While no one knows exactly how it will play out, it is safe to say that the United States is heading into a flu season unlike any other.
COVID-19 is still surging around much of the country. And though experts believe influenza rates might be lower than usual (more on that in a moment), we’ll still collectively be facing multiple contagious respiratory illnesses at the same time. A “twindemic,” if you will.
The Centers for Disease Control and Prevention says it’s “likely” that the viruses that cause the flu and the viruses that cause COVID-19 will both be circulating this fall and winter. It’s an unsettling prospect, particularly for those in high-risk categories. And to top it off, there is so much misinformation about COVID-19, the flu and the vaccines.
Don’t fall victim to the mistruths. Here are five big misconceptions people have about the illnesses, which everyone needs to unlearn as we head into flu season and a possible second wave of COVID-19:
Myth: The flu won’t be a problem because we’re wearing masks.
Doctors “are hoping — but not betting on — a lighter influenza season this year as people practice physical distancing, mask wearing and better hand hygiene,” said Dr. Timothy Laird, interim chief medical officer of Health First Medical Group.
Sometimes you can do just about everything right — mask up, maintain social distance, wash your hands — and still catch a virus. Which is why layering preventive measures is so important. People can get the flu by touching surfaces or objects that have been contaminated with flu viruses (which is also true with COVID-19, although that isn’t the primary mode of transmission).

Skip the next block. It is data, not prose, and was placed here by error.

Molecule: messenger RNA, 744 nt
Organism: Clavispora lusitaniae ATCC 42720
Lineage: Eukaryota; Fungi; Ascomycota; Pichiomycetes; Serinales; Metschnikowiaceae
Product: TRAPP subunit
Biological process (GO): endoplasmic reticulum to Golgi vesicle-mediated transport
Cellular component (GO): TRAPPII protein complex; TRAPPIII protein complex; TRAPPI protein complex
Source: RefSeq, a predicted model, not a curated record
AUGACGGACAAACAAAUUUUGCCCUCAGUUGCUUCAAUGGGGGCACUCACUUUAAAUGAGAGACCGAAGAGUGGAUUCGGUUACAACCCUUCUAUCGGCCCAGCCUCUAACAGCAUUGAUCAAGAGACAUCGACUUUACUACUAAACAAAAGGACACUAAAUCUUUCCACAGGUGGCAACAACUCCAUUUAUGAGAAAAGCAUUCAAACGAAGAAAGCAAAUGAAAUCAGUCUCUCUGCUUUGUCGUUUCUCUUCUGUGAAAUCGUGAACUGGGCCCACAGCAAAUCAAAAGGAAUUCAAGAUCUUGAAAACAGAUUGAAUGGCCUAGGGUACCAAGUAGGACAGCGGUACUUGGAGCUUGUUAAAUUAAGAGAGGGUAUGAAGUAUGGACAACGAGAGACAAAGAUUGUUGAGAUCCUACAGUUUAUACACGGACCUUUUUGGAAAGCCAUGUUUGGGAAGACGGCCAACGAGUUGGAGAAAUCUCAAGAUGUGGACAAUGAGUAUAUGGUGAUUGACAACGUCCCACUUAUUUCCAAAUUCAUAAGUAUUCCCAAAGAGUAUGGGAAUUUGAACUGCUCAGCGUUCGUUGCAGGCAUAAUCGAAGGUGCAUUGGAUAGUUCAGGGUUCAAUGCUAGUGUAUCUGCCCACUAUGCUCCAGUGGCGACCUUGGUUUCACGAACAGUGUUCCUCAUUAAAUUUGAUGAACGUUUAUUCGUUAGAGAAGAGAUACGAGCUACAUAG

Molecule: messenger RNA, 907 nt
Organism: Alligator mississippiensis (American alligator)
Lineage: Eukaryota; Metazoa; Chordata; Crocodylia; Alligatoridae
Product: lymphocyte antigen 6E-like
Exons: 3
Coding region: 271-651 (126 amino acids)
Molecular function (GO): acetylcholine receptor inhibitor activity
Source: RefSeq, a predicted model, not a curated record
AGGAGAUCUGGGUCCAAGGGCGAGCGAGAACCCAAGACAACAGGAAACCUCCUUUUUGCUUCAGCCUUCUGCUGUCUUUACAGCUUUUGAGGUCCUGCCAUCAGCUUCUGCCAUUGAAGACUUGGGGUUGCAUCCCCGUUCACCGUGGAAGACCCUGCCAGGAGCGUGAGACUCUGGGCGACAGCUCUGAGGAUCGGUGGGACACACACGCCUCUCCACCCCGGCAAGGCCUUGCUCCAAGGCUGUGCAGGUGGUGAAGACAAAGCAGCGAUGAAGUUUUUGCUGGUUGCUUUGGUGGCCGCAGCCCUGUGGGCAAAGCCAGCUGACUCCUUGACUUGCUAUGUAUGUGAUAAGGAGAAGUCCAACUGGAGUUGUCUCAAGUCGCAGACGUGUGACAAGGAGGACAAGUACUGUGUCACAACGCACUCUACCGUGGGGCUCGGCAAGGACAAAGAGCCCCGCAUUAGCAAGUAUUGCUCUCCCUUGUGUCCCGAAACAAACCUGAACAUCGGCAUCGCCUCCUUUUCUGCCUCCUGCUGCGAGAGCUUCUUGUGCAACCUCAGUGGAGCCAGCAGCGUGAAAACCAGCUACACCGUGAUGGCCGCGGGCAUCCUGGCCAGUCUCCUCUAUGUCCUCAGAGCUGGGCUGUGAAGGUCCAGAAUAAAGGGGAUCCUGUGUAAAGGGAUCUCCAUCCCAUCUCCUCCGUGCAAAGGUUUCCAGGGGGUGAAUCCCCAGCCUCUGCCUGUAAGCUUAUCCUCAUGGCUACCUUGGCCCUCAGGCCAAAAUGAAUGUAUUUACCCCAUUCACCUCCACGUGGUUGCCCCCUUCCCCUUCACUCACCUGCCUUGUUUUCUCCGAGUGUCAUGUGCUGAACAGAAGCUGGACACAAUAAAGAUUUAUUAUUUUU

“Everything we’re doing reduces risk,” said Dr. Aaron Milstone, an epidemiologist and professor of pediatrics at Johns Hopkins Medicine. “It doesn’t make risk zero.”
(But mask skeptics, take note: This doesn’t mean you should leave your face covering at home. Experts overwhelmingly agree wearing a mask is far better than nothing for reducing transmission.)
Myth: The flu vaccine could make you sick, weak or more vulnerable to COVID-19.
The persistent claim that the flu vaccine can give you the flu just is not true, experts say. However, you could develop a flulike reaction to the vaccine (including muscle aches and fever) as your body produces antibodies.
“You may get a sore arm, maybe even feel a bit achy or have a low grade fever or scratchy throat,” Laird said. “But that’s not an illness, that is a side effect experienced by a small number of people with nearly any vaccination.”
There are a few other possibilities for why you might get sick after vaccination: You could catch the flu in the two-week window between getting your shot and when it takes effect. Or you could get sick if you’re exposed to a flu virus that isn’t a good match with those used in this year’s vaccine.
But the vaccine itself will not give you an illness. That’s a key misconception to clear up now for anyone who is reluctant to get vaccinated over concerns the shot will make them sick and weaken their immune system amid a pandemic, making them more vulnerable to COVID-19. It won’t.
On the other hand, it is possible to get both COVID-19 and the flu at the same time, which could be “catastrophic” to the immune system, some experts warn. So getting a flu shot is particularly important.
Myth: The flu vaccine could “mess” with a COVID-19 vaccine.